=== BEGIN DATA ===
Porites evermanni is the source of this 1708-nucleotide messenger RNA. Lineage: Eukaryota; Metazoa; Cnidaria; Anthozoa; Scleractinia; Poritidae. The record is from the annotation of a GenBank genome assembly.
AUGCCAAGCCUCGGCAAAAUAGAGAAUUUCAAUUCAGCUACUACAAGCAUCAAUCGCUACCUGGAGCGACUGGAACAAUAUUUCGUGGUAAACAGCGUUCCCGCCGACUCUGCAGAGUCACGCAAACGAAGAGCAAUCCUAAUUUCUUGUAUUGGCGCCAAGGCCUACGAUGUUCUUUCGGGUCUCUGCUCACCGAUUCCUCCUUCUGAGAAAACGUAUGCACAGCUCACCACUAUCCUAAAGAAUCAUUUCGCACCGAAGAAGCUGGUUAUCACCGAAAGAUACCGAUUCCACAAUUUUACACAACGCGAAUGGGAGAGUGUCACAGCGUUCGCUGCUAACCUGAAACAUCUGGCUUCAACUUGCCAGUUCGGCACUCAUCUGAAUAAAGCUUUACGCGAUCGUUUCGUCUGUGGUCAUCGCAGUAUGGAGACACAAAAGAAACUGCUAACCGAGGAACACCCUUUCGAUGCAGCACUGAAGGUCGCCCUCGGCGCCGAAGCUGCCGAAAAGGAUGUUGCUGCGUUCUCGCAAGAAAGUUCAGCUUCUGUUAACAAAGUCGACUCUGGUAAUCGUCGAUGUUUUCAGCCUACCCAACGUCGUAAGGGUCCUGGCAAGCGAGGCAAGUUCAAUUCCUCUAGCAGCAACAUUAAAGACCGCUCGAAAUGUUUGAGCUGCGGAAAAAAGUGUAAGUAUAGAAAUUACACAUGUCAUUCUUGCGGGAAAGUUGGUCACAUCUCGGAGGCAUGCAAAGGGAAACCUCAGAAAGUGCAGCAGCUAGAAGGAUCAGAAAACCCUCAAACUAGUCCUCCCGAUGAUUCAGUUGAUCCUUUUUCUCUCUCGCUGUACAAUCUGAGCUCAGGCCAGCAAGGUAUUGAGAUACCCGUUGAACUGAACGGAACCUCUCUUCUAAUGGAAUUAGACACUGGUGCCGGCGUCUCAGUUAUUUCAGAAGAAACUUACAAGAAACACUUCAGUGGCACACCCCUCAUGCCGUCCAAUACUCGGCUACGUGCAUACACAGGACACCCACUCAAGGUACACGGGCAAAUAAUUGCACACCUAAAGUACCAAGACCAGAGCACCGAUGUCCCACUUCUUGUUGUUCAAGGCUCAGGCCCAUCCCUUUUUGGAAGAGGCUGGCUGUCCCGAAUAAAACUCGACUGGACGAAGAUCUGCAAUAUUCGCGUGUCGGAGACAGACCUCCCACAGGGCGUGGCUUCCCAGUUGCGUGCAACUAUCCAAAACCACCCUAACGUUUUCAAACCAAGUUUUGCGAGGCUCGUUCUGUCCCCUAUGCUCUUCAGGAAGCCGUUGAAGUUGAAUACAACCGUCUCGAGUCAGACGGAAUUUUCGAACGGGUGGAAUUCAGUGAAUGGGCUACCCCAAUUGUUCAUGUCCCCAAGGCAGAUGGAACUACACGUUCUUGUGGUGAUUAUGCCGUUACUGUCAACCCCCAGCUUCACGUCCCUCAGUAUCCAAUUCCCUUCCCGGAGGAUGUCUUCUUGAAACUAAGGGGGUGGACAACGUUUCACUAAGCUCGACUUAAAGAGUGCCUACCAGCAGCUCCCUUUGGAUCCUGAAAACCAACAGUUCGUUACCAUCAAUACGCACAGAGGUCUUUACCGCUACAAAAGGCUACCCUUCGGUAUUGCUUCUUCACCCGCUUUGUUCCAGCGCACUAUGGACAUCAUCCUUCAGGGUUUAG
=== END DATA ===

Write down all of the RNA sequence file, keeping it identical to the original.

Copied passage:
Porites evermanni is the source of this 1708-nucleotide messenger RNA. Lineage: Eukaryota; Metazoa; Cnidaria; Anthozoa; Scleractinia; Poritidae. The record is from the annotation of a GenBank genome assembly.
AUGCCAAGCCUCGGCAAAAUAGAGAAUUUCAAUUCAGCUACUACAAGCAUCAAUCGCUACCUGGAGCGACUGGAACAAUAUUUCGUGGUAAACAGCGUUCCCGCCGACUCUGCAGAGUCACGCAAACGAAGAGCAAUCCUAAUUUCUUGUAUUGGCGCCAAGGCCUACGAUGUUCUUUCGGGUCUCUGCUCACCGAUUCCUCCUUCUGAGAAAACGUAUGCACAGCUCACCACUAUCCUAAAGAAUCAUUUCGCACCGAAGAAGCUGGUUAUCACCGAAAGAUACCGAUUCCACAAUUUUACACAACGCGAAUGGGAGAGUGUCACAGCGUUCGCUGCUAACCUGAAACAUCUGGCUUCAACUUGCCAGUUCGGCACUCAUCUGAAUAAAGCUUUACGCGAUCGUUUCGUCUGUGGUCAUCGCAGUAUGGAGACACAAAAGAAACUGCUAACCGAGGAACACCCUUUCGAUGCAGCACUGAAGGUCGCCCUCGGCGCCGAAGCUGCCGAAAAGGAUGUUGCUGCGUUCUCGCAAGAAAGUUCAGCUUCUGUUAACAAAGUCGACUCUGGUAAUCGUCGAUGUUUUCAGCCUACCCAACGUCGUAAGGGUCCUGGCAAGCGAGGCAAGUUCAAUUCCUCUAGCAGCAACAUUAAAGACCGCUCGAAAUGUUUGAGCUGCGGAAAAAAGUGUAAGUAUAGAAAUUACACAUGUCAUUCUUGCGGGAAAGUUGGUCACAUCUCGGAGGCAUGCAAAGGGAAACCUCAGAAAGUGCAGCAGCUAGAAGGAUCAGAAAACCCUCAAACUAGUCCUCCCGAUGAUUCAGUUGAUCCUUUUUCUCUCUCGCUGUACAAUCUGAGCUCAGGCCAGCAAGGUAUUGAGAUACCCGUUGAACUGAACGGAACCUCUCUUCUAAUGGAAUUAGACACUGGUGCCGGCGUCUCAGUUAUUUCAGAAGAAACUUACAAGAAACACUUCAGUGGCACACCCCUCAUGCCGUCCAAUACUCGGCUACGUGCAUACACAGGACACCCACUCAAGGUACACGGGCAAAUAAUUGCACACCUAAAGUACCAAGACCAGAGCACCGAUGUCCCACUUCUUGUUGUUCAAGGCUCAGGCCCAUCCCUUUUUGGAAGAGGCUGGCUGUCCCGAAUAAAACUCGACUGGACGAAGAUCUGCAAUAUUCGCGUGUCGGAGACAGACCUCCCACAGGGCGUGGCUUCCCAGUUGCGUGCAACUAUCCAAAACCACCCUAACGUUUUCAAACCAAGUUUUGCGAGGCUCGUUCUGUCCCCUAUGCUCUUCAGGAAGCCGUUGAAGUUGAAUACAACCGUCUCGAGUCAGACGGAAUUUUCGAACGGGUGGAAUUCAGUGAAUGGGCUACCCCAAUUGUUCAUGUCCCCAAGGCAGAUGGAACUACACGUUCUUGUGGUGAUUAUGCCGUUACUGUCAACCCCCAGCUUCACGUCCCUCAGUAUCCAAUUCCCUUCCCGGAGGAUGUCUUCUUGAAACUAAGGGGGUGGACAACGUUUCACUAAGCUCGACUUAAAGAGUGCCUACCAGCAGCUCCCUUUGGAUCCUGAAAACCAACAGUUCGUUACCAUCAAUACGCACAGAGGUCUUUACCGCUACAAAAGGCUACCCUUCGGUAUUGCUUCUUCACCCGCUUUGUUCCAGCGCACUAUGGACAUCAUCCUUCAGGGUUUAG